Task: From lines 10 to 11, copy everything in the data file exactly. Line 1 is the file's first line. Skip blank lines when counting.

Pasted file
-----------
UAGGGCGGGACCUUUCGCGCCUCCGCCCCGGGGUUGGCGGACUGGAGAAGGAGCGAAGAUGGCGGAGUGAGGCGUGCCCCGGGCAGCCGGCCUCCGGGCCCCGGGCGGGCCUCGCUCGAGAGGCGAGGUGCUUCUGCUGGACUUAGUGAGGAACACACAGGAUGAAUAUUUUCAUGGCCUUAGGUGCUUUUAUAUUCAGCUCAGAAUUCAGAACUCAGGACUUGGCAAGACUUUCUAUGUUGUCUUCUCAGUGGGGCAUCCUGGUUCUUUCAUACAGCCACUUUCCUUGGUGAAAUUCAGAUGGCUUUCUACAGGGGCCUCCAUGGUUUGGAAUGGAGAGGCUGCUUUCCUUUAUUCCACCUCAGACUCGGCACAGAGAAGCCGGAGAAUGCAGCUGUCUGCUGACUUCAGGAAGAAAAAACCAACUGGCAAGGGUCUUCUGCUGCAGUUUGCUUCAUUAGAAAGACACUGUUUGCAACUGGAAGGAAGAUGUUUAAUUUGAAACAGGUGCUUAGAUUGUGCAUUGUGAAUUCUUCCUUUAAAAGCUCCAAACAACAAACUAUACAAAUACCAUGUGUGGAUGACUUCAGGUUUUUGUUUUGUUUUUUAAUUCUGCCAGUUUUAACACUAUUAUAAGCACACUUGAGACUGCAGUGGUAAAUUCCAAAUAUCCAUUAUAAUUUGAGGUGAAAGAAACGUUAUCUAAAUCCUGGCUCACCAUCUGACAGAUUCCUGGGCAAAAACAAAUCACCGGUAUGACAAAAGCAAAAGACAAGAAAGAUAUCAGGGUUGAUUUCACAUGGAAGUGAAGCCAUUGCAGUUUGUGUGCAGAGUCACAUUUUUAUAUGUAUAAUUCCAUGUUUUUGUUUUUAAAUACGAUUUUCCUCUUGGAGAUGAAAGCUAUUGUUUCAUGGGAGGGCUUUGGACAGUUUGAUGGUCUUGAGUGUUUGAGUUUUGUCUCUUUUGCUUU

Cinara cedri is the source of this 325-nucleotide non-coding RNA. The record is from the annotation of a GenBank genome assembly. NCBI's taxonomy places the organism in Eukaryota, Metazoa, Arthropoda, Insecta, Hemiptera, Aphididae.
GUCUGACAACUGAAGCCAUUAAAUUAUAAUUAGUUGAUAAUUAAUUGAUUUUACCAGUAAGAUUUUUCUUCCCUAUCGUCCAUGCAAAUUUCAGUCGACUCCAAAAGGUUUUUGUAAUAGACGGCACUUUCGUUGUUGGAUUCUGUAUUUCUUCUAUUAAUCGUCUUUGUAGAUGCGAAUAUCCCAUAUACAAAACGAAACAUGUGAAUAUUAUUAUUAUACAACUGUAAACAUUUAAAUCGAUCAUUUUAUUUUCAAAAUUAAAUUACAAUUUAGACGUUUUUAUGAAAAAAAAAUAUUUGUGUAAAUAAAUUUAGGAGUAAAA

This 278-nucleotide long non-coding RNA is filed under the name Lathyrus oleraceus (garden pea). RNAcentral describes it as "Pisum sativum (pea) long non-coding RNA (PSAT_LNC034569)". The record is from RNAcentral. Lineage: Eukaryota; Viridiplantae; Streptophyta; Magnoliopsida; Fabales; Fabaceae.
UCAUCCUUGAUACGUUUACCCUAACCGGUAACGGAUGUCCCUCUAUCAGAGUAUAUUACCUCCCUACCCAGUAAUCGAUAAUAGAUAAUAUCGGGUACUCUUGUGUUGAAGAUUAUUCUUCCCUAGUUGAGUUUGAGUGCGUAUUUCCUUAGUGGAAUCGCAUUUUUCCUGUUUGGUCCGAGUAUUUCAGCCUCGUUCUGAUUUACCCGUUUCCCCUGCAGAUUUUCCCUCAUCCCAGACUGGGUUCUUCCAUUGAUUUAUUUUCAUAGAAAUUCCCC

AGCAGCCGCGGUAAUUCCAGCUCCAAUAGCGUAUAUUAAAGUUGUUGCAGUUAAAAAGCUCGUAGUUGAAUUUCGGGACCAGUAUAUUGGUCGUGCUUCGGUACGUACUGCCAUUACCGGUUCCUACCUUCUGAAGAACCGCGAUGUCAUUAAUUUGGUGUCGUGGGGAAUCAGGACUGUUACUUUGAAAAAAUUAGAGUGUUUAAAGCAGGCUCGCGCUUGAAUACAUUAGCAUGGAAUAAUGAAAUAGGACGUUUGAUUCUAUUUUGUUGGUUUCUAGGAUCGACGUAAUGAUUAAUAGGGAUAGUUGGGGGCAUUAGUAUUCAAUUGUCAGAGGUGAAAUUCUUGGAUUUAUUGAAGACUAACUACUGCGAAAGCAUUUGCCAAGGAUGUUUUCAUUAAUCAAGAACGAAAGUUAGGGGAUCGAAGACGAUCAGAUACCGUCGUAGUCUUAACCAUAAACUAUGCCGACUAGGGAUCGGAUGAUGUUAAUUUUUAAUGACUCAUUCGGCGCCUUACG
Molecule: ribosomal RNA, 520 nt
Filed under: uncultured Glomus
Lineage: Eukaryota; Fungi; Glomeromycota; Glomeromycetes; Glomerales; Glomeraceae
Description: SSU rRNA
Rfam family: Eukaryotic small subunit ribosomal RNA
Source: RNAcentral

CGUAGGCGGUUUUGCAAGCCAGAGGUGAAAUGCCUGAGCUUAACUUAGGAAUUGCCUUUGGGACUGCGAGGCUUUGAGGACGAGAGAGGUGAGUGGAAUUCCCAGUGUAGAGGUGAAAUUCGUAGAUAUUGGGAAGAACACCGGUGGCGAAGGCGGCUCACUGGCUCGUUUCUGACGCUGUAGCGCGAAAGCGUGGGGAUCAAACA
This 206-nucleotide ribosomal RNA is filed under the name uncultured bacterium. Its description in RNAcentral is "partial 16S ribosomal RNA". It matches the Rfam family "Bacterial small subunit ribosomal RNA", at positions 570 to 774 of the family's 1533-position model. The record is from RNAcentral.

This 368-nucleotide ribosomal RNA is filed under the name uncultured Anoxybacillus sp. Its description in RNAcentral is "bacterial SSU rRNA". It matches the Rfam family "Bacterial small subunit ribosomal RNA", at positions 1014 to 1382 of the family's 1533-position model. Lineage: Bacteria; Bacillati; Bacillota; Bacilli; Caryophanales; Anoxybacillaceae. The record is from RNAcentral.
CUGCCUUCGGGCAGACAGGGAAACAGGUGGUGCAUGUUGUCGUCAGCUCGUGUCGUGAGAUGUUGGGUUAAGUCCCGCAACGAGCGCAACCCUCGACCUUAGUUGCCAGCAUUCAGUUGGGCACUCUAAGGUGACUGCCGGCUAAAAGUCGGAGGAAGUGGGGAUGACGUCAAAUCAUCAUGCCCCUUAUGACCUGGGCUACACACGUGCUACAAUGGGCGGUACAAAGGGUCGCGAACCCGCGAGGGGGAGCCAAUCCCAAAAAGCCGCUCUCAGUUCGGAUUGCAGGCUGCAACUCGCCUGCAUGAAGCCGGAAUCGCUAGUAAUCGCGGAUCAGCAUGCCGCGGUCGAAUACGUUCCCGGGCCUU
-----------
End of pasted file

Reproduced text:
Description: SSU rRNA
Rfam family: Eukaryotic small subunit ribosomal RNA